IN THE LOOP | It’s such a pity that, despite persistent GOP entreaties, New Jersey Gov. Chris Christie still refuses to run for president. Actually, seems he’s refusing to run — or even walk — anywhere, preferring instead to take a state helicopter to his son’s high school baseball game.
Naturally, this has gotten him into some hot water this week in the Garden State.
“Choppergate” began Tuesday evening when the Newark Star -Ledger reported, within hours of the event, that Christie and his wife arrived in the 55-foot long helicopter just before the game started, landing on an adjacent football field. He then ambled over to a black state car with tinted windows that drove the first couple the 100 yards to the stands.
They stayed until the fifth inning, when they were driven back to the helicopter and off to the governor’s mansion in Princeton in time to meet with a group of GOP Iowa donors who want him to run in 2012.
The flights to the game and then to the mansion apparently cost more than $3,000. That, given Christie’s public image as an ethically upright budget-cutter in these difficult times, immediately had Democrats yelling “hypocrite.”
Turns out Christie has used the state police helicopter only 35 times in his 16 months in office, according to the state police, which is substantially less than recent predecessors, who flew in them hundreds of times a year — and were often roundly criticized for doing so. Former governor James McGreevey had the N.J. Democratic State Committee reimburse the state $18,000 for some of his trips.
Christie initially refused to reimburse the state for the rides. But a two-day firestorm of criticism from left and right proved overwhelming. A Star-Ledger online poll showed 67 percent of readers thought the chopper ride “inappropriate.”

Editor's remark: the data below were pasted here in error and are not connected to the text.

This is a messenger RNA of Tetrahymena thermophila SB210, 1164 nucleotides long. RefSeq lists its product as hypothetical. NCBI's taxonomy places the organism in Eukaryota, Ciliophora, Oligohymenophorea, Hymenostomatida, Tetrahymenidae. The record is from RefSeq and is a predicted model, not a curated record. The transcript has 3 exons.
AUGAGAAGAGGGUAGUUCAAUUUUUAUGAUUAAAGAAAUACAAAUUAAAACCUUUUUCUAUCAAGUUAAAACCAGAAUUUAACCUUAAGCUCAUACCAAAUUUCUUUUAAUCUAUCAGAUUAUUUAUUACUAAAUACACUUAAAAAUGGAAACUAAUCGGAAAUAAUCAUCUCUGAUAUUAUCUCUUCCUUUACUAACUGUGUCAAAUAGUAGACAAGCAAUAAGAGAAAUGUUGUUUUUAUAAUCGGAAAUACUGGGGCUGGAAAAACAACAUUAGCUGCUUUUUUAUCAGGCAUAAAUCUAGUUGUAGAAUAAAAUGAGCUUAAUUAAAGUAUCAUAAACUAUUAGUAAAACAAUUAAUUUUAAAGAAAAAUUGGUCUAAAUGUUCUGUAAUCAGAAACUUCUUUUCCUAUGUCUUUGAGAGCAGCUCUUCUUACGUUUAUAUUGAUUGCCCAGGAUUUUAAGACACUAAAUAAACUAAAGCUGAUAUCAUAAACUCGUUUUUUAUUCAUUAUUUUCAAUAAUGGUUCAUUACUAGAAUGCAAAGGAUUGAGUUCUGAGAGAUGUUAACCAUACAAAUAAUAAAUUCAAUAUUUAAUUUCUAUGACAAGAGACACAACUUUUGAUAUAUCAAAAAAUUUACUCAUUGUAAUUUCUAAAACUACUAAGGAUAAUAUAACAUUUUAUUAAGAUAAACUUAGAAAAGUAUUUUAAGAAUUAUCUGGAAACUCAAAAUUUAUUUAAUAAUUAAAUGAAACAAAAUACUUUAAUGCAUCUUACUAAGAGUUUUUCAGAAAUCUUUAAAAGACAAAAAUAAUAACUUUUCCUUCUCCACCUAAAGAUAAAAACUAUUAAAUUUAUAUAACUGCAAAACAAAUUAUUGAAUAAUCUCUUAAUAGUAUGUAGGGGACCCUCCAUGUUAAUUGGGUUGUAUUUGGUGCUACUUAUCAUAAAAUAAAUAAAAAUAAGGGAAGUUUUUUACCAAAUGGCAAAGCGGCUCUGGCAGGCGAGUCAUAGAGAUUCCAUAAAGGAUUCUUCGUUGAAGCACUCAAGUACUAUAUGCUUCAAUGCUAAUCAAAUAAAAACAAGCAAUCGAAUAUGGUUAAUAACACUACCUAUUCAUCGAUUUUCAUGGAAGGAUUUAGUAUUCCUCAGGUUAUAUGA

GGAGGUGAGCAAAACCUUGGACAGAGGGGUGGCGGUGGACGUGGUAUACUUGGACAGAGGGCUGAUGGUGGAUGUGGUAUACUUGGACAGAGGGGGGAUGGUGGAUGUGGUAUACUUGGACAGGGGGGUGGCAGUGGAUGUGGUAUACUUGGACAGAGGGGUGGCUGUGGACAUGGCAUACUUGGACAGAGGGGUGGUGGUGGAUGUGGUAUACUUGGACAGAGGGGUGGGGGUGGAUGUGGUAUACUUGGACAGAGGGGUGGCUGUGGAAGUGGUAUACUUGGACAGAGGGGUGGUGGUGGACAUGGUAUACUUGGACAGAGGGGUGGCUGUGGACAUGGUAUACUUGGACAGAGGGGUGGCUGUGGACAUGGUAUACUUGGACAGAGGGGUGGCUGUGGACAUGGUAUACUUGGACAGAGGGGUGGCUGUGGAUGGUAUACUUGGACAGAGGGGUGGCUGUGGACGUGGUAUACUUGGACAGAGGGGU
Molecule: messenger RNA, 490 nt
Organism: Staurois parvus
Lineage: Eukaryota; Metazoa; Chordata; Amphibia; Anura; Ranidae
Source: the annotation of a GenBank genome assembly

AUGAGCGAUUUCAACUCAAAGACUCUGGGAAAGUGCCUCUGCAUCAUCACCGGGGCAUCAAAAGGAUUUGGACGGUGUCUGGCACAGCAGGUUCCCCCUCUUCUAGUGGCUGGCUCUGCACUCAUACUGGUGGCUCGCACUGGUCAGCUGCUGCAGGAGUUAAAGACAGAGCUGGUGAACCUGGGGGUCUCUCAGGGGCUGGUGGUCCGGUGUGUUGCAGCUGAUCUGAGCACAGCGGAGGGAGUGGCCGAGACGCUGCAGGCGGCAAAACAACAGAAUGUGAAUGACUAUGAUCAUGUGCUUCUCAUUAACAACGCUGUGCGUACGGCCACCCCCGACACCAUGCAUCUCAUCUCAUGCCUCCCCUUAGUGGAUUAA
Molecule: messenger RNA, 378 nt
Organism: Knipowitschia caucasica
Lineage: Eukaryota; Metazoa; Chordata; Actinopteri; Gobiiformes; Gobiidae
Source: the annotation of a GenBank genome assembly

At a news conference Thursday afternoon, Christie, citing his “duty ... to focus on the real problems of the state” and not be distracted by a media circus, said he’d written a check for $2,251 and the New Jersey Republican Party had written another for $1,200 to cover the costs.
Christie told reporters he originally didn’t feel he needed to pay anything because the state police superintendent had told him the trips didn’t cost taxpayers anything — the pilots needed to be out flying the choppers as part of their training time.
That would have come as great news for state Democrats, since they might have been able to get that $18,000 back. It would have been tough news for former governor Jon Corzine, who perhaps wouldn’t have been badly injured in a state car crash a few years ago had he known that New Jersey provided a free helicopter to its governor for official and personal use — home to work, a weekend in the Hamptons, whatever.
The mega-wealthy Corzine avoided the helicopter problem by picking up the cost of a private helicopter when he needed one, a former Corzine aide told us. Or, the former aide said, Corzine had his campaign funds pay when it was a political trip. “Our understanding was that to do otherwise would be illegal.”
The aide noted that former Newark mayor Sharpe James was prosecuted by then-U.S. attorney Christie for using municipal credit cards to, among other things, go on foreign trips with girlfriends. If Christie were still a prosecutor, the aide quipped, “he would have indicted himself if he’d done this.”
In any event, in his now-famous meeting with the Iowans, Christie reportedly didn’t flatly rule out running in 2012. And he’s scheduled to speak in Iowa on education matters at the end of July.